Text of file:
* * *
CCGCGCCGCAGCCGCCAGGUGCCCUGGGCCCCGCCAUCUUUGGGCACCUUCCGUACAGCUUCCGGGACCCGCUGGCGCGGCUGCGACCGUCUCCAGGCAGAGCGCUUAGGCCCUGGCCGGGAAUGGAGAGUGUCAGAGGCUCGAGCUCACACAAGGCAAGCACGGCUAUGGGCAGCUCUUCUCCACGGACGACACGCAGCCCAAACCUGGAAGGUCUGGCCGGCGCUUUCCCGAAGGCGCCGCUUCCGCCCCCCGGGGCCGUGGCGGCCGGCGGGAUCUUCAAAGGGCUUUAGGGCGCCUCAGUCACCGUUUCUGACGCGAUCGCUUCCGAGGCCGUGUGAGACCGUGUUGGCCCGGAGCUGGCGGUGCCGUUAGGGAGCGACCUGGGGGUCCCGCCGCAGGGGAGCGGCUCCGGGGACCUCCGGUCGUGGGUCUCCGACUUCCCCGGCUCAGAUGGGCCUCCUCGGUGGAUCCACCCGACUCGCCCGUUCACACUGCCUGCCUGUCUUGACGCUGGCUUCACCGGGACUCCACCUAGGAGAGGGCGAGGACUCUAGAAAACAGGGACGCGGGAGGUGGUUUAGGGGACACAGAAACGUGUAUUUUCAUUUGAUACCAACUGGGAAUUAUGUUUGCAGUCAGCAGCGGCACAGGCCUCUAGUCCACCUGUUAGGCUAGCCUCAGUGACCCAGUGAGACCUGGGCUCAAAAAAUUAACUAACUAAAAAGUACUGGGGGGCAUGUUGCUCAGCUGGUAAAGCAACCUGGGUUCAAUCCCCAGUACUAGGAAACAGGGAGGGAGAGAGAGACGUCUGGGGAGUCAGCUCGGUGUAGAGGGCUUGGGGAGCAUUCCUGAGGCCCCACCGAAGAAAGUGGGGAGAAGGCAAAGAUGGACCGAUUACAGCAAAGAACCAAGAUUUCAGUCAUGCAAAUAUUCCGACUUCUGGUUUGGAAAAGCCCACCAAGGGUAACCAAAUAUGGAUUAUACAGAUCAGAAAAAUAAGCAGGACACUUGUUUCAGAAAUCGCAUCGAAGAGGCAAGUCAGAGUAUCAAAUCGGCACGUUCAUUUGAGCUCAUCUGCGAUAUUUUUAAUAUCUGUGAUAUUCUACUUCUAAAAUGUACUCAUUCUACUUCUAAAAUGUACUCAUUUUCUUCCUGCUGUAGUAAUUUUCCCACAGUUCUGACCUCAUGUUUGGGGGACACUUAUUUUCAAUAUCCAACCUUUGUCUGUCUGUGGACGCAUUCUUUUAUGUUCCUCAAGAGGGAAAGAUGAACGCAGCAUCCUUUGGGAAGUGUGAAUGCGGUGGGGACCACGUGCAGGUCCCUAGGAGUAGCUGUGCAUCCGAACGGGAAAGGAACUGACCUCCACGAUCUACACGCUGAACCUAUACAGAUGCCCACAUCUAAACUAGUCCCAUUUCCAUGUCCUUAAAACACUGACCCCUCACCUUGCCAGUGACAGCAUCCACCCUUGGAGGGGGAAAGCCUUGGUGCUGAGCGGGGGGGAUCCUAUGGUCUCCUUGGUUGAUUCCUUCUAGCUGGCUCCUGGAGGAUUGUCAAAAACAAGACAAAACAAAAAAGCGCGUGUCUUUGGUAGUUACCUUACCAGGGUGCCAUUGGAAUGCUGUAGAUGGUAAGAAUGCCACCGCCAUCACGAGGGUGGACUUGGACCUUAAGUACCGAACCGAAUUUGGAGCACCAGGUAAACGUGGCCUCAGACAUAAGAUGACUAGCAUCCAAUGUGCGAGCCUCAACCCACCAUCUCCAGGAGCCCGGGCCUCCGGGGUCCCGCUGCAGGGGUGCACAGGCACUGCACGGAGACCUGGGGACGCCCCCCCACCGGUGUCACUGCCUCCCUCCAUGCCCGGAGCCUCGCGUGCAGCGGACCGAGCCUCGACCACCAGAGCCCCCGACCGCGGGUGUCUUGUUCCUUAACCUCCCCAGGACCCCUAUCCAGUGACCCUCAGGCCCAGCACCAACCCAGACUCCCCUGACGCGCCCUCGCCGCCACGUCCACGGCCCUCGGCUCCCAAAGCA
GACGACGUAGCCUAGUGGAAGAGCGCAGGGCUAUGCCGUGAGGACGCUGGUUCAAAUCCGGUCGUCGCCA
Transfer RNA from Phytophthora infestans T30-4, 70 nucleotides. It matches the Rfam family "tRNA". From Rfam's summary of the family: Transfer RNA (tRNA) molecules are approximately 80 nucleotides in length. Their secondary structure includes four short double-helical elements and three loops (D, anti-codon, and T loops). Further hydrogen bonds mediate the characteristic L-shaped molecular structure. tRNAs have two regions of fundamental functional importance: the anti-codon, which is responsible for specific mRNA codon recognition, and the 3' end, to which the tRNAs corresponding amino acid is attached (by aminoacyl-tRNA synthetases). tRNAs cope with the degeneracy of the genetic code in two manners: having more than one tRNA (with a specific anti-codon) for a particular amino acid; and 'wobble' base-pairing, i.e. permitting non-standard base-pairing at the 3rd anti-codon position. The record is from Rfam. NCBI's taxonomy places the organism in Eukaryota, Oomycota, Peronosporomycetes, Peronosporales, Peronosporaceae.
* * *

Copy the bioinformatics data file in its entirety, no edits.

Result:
CCGCGCCGCAGCCGCCAGGUGCCCUGGGCCCCGCCAUCUUUGGGCACCUUCCGUACAGCUUCCGGGACCCGCUGGCGCGGCUGCGACCGUCUCCAGGCAGAGCGCUUAGGCCCUGGCCGGGAAUGGAGAGUGUCAGAGGCUCGAGCUCACACAAGGCAAGCACGGCUAUGGGCAGCUCUUCUCCACGGACGACACGCAGCCCAAACCUGGAAGGUCUGGCCGGCGCUUUCCCGAAGGCGCCGCUUCCGCCCCCCGGGGCCGUGGCGGCCGGCGGGAUCUUCAAAGGGCUUUAGGGCGCCUCAGUCACCGUUUCUGACGCGAUCGCUUCCGAGGCCGUGUGAGACCGUGUUGGCCCGGAGCUGGCGGUGCCGUUAGGGAGCGACCUGGGGGUCCCGCCGCAGGGGAGCGGCUCCGGGGACCUCCGGUCGUGGGUCUCCGACUUCCCCGGCUCAGAUGGGCCUCCUCGGUGGAUCCACCCGACUCGCCCGUUCACACUGCCUGCCUGUCUUGACGCUGGCUUCACCGGGACUCCACCUAGGAGAGGGCGAGGACUCUAGAAAACAGGGACGCGGGAGGUGGUUUAGGGGACACAGAAACGUGUAUUUUCAUUUGAUACCAACUGGGAAUUAUGUUUGCAGUCAGCAGCGGCACAGGCCUCUAGUCCACCUGUUAGGCUAGCCUCAGUGACCCAGUGAGACCUGGGCUCAAAAAAUUAACUAACUAAAAAGUACUGGGGGGCAUGUUGCUCAGCUGGUAAAGCAACCUGGGUUCAAUCCCCAGUACUAGGAAACAGGGAGGGAGAGAGAGACGUCUGGGGAGUCAGCUCGGUGUAGAGGGCUUGGGGAGCAUUCCUGAGGCCCCACCGAAGAAAGUGGGGAGAAGGCAAAGAUGGACCGAUUACAGCAAAGAACCAAGAUUUCAGUCAUGCAAAUAUUCCGACUUCUGGUUUGGAAAAGCCCACCAAGGGUAACCAAAUAUGGAUUAUACAGAUCAGAAAAAUAAGCAGGACACUUGUUUCAGAAAUCGCAUCGAAGAGGCAAGUCAGAGUAUCAAAUCGGCACGUUCAUUUGAGCUCAUCUGCGAUAUUUUUAAUAUCUGUGAUAUUCUACUUCUAAAAUGUACUCAUUCUACUUCUAAAAUGUACUCAUUUUCUUCCUGCUGUAGUAAUUUUCCCACAGUUCUGACCUCAUGUUUGGGGGACACUUAUUUUCAAUAUCCAACCUUUGUCUGUCUGUGGACGCAUUCUUUUAUGUUCCUCAAGAGGGAAAGAUGAACGCAGCAUCCUUUGGGAAGUGUGAAUGCGGUGGGGACCACGUGCAGGUCCCUAGGAGUAGCUGUGCAUCCGAACGGGAAAGGAACUGACCUCCACGAUCUACACGCUGAACCUAUACAGAUGCCCACAUCUAAACUAGUCCCAUUUCCAUGUCCUUAAAACACUGACCCCUCACCUUGCCAGUGACAGCAUCCACCCUUGGAGGGGGAAAGCCUUGGUGCUGAGCGGGGGGGAUCCUAUGGUCUCCUUGGUUGAUUCCUUCUAGCUGGCUCCUGGAGGAUUGUCAAAAACAAGACAAAACAAAAAAGCGCGUGUCUUUGGUAGUUACCUUACCAGGGUGCCAUUGGAAUGCUGUAGAUGGUAAGAAUGCCACCGCCAUCACGAGGGUGGACUUGGACCUUAAGUACCGAACCGAAUUUGGAGCACCAGGUAAACGUGGCCUCAGACAUAAGAUGACUAGCAUCCAAUGUGCGAGCCUCAACCCACCAUCUCCAGGAGCCCGGGCCUCCGGGGUCCCGCUGCAGGGGUGCACAGGCACUGCACGGAGACCUGGGGACGCCCCCCCACCGGUGUCACUGCCUCCCUCCAUGCCCGGAGCCUCGCGUGCAGCGGACCGAGCCUCGACCACCAGAGCCCCCGACCGCGGGUGUCUUGUUCCUUAACCUCCCCAGGACCCCUAUCCAGUGACCCUCAGGCCCAGCACCAACCCAGACUCCCCUGACGCGCCCUCGCCGCCACGUCCACGGCCCUCGGCUCCCAAAGCA
GACGACGUAGCCUAGUGGAAGAGCGCAGGGCUAUGCCGUGAGGACGCUGGUUCAAAUCCGGUCGUCGCCA
Transfer RNA from Phytophthora infestans T30-4, 70 nucleotides. It matches the Rfam family "tRNA". From Rfam's summary of the family: Transfer RNA (tRNA) molecules are approximately 80 nucleotides in length. Their secondary structure includes four short double-helical elements and three loops (D, anti-codon, and T loops). Further hydrogen bonds mediate the characteristic L-shaped molecular structure. tRNAs have two regions of fundamental functional importance: the anti-codon, which is responsible for specific mRNA codon recognition, and the 3' end, to which the tRNAs corresponding amino acid is attached (by aminoacyl-tRNA synthetases). tRNAs cope with the degeneracy of the genetic code in two manners: having more than one tRNA (with a specific anti-codon) for a particular amino acid; and 'wobble' base-pairing, i.e. permitting non-standard base-pairing at the 3rd anti-codon position. The record is from Rfam. NCBI's taxonomy places the organism in Eukaryota, Oomycota, Peronosporomycetes, Peronosporales, Peronosporaceae.